As we mentioned earlier today, retired partners of Dewey & LeBoeuf received some potentially good news. These former partners, whose unfunded pensions were supposed to be funded out of firm profits, will have a voice in the firm’s bankruptcy proceedings. As reported by the WSJ Law Blog and Am Law Daily, the U.S. trustee’s office has appointed an official committee of former partners (in addition to the standard official committee of unsecured creditors). The four ex-partners on the committee are David Bicks, Cameron MacRae, John Kinzey, and John Campo.

What prompted the move? As legal consultant Edwin Reeser, whose analysis of the Dewey situation recently appeared in these pages, told the WSJ, “The retired partners have uniquely separate interests which warrant consideration as a special class of creditors.”

It’s nice that they have a seat at the table, but will the ex-partners end up with any money at the end of the process? That’s less clear. As Jerome Kowalski, another law firm consultant, told the Journal, “There has never been a law firm bankruptcy that resulted in any payment being made to the equity partners… They’ll have zero sway other than perhaps some moral imperatives, and moral imperatives don’t have much play in bankruptcy courts.”

The unsecured creditors might have more luck than the former partners. Who’s on the unsecured creditors’ committee?

Here’s a report from Am Law Daily:

[The] official unsecured creditors’ committee is composed of three vendors that provided a mix of services to Dewey & LeBoeuf: staffing agency HireCounsel, car service Inta Boro Acres Inc., and equipment lessor Winthrop Capital….

According to court filings, HireCounsel is owed $1.6 million and is Dewey’s fifth largest unsecured creditor. The company’s contact is listed as Lynn Mestel, a New York legal recruiter who helped put together the merger between Dewey Ballantine and LeBoeuf, Lamb, Greene & MacRae in 2007.

As we’ve mentioned before, legal recruiting can be lucrative, with some headhunters scoring seven-figure fees. Former Dewey partner Stuart Saft has blamed recruiters for contributing to Dewey’s demise, alleging that recruiters tried to spread tales of trouble so they could profit from placing Dewey lawyers at other firms. Hopefully some recruiters did earn fees from Dewey placements, considering that some of them — such as HireCounsel — will end up getting stiffed on fees owed to them by Dewey.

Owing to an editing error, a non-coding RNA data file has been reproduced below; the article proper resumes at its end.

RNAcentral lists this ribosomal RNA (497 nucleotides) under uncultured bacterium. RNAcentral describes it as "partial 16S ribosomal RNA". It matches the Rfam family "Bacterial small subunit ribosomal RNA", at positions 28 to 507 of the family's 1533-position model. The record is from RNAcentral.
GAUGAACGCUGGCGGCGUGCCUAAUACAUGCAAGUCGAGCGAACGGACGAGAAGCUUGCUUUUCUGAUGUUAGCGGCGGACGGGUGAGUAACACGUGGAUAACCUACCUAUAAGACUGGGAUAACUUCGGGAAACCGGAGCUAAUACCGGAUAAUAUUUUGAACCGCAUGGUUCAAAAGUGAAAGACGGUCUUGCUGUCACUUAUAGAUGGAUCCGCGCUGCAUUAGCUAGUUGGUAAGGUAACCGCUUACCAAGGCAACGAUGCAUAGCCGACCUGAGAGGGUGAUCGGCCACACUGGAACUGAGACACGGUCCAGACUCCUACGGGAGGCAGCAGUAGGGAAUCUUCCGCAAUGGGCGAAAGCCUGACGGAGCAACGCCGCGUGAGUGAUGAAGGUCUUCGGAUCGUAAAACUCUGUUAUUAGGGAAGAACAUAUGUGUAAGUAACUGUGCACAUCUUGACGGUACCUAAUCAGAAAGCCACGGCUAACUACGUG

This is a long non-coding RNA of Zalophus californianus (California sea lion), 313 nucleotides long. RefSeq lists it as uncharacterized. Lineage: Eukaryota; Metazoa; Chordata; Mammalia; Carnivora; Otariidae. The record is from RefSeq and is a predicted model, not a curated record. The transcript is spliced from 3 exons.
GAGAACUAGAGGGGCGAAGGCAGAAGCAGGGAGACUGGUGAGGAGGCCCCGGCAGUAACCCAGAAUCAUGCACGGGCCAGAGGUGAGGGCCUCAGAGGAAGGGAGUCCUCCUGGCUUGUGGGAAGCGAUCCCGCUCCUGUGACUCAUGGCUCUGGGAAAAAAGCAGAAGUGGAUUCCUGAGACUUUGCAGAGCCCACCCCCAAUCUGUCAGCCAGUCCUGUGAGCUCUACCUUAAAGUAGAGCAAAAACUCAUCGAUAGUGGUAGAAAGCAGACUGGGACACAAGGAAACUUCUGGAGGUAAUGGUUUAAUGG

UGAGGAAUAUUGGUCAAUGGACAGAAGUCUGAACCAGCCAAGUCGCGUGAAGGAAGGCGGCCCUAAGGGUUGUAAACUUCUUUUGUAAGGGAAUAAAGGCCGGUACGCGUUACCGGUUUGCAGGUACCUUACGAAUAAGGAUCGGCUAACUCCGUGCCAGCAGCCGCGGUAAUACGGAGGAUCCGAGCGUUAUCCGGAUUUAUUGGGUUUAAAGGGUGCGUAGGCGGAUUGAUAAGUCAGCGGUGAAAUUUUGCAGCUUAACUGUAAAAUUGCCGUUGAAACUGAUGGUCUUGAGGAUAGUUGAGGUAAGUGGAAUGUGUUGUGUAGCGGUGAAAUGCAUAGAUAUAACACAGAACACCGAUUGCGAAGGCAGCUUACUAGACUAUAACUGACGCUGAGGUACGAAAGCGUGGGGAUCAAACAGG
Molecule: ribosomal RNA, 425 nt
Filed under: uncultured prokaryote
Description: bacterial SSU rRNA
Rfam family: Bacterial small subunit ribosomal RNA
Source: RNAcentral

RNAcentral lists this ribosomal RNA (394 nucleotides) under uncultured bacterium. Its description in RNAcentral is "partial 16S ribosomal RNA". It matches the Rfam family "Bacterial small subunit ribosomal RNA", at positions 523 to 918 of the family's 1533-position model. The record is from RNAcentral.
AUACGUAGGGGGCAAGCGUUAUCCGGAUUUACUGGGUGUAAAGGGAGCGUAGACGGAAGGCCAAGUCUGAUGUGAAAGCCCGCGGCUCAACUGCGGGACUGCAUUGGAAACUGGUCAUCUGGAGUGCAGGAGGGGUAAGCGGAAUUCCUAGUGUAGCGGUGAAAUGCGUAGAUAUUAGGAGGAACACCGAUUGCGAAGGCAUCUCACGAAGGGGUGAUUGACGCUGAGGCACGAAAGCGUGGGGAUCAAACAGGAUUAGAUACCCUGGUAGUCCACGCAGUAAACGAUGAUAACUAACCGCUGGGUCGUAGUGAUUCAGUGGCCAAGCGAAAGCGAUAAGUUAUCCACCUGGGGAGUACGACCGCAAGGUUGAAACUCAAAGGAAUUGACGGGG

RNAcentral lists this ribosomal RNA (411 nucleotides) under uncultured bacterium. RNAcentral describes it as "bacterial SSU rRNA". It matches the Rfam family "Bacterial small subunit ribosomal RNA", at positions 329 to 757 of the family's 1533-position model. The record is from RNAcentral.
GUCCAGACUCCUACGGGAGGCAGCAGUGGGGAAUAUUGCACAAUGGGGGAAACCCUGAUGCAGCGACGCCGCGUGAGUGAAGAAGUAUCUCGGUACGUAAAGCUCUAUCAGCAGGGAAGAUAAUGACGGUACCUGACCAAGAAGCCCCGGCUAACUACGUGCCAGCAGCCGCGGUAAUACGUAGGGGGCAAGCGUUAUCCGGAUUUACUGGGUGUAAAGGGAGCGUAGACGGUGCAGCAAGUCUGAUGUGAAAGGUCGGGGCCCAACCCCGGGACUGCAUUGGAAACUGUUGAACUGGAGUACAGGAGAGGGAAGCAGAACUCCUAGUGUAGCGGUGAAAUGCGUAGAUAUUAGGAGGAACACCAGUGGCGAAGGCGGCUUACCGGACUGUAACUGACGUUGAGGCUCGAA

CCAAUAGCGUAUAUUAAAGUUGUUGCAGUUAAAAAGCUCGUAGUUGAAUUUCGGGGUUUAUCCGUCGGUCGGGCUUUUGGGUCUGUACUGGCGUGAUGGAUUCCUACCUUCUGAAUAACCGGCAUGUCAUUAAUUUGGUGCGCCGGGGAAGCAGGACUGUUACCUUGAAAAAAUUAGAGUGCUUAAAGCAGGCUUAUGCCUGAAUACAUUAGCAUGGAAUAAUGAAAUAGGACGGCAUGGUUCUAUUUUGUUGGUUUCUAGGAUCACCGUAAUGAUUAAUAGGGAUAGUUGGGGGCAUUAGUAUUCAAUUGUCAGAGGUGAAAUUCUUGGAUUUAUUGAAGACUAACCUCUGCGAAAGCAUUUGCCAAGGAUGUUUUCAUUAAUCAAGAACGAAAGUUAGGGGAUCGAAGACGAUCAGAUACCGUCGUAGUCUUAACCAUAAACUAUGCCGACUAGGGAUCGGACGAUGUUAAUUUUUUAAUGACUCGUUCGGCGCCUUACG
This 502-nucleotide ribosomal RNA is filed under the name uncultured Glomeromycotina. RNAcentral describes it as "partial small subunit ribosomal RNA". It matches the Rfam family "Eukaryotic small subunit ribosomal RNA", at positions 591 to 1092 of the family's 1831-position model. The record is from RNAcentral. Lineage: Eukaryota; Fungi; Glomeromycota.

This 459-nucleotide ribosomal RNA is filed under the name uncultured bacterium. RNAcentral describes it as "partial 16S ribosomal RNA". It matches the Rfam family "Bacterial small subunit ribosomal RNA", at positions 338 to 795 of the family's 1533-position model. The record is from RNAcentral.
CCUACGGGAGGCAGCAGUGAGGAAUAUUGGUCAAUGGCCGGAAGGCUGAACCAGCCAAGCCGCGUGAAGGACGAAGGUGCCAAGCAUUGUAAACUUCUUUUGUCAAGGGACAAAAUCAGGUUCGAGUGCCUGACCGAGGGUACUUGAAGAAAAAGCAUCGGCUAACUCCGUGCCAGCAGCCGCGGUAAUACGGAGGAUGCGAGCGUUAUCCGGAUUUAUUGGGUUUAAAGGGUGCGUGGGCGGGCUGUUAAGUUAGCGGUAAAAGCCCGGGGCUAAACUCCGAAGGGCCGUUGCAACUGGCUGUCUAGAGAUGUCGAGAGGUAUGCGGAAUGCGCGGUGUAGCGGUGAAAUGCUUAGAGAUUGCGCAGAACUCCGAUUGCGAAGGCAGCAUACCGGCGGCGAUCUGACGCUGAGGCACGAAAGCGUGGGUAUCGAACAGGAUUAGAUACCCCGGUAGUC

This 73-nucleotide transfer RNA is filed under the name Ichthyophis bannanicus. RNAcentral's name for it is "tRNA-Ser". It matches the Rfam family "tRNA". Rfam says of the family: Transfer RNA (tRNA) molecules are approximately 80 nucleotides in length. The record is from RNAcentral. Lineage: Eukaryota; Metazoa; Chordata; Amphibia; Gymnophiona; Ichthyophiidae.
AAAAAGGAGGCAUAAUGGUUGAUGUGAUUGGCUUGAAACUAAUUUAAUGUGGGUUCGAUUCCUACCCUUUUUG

Inta Boro executives were on hand at the Wednesday meeting held to help form the unsecured creditors’ committee. Inta Boro vice president Kubilay Durantas told The Am Law Daily at the time that Dewey owes his company more than $200,000 — an amount that keeps them off the list of the firm’s 20 largest unsecured creditors, which cuts off at $362,000.

Inta Boro provided car service to Dewey. As you may recall, one of the first signs that Dewey was in deep dew-dew was when it got cut off by a car service — maybe Inta Boro, maybe not — for non-payment of bills.

Minnetonka, Minnesota–based Winthrop is listed in court filings as a secured creditor owed $35.5 million. The company was represented at Wednesday’s meeting by Kelley Drye & Warren partner Robert LeHane, who could not be reached late Thursday.

That’s a staggering sum, $36 million. One wonders how that kind of debt accrued. Why didn’t Winthrop cut off Dewey at an earlier point in time?

In other Dewey developments, former D&L lawyers continue to find new homes. For example, Paul Hastings just hired prominent antitrust lawyer MJ Moltenbrey. Before joining Dewey, Moltenbrey served as director of civil non-merger enforcement in the Antitrust Division of the Justice Department. On the overseas front, Ingrid Zhu-Clark, former head of Dewey’s China practice, is heading over to the Beijing office of Morgan Lewis & Bockius, per Legal Week.

That’s it in terms of Dewey news updates. If you’re interested in some news analysis — continued discussion of what went wrong at Dewey, picking up where yesterday’s story left off — flip to the next page.


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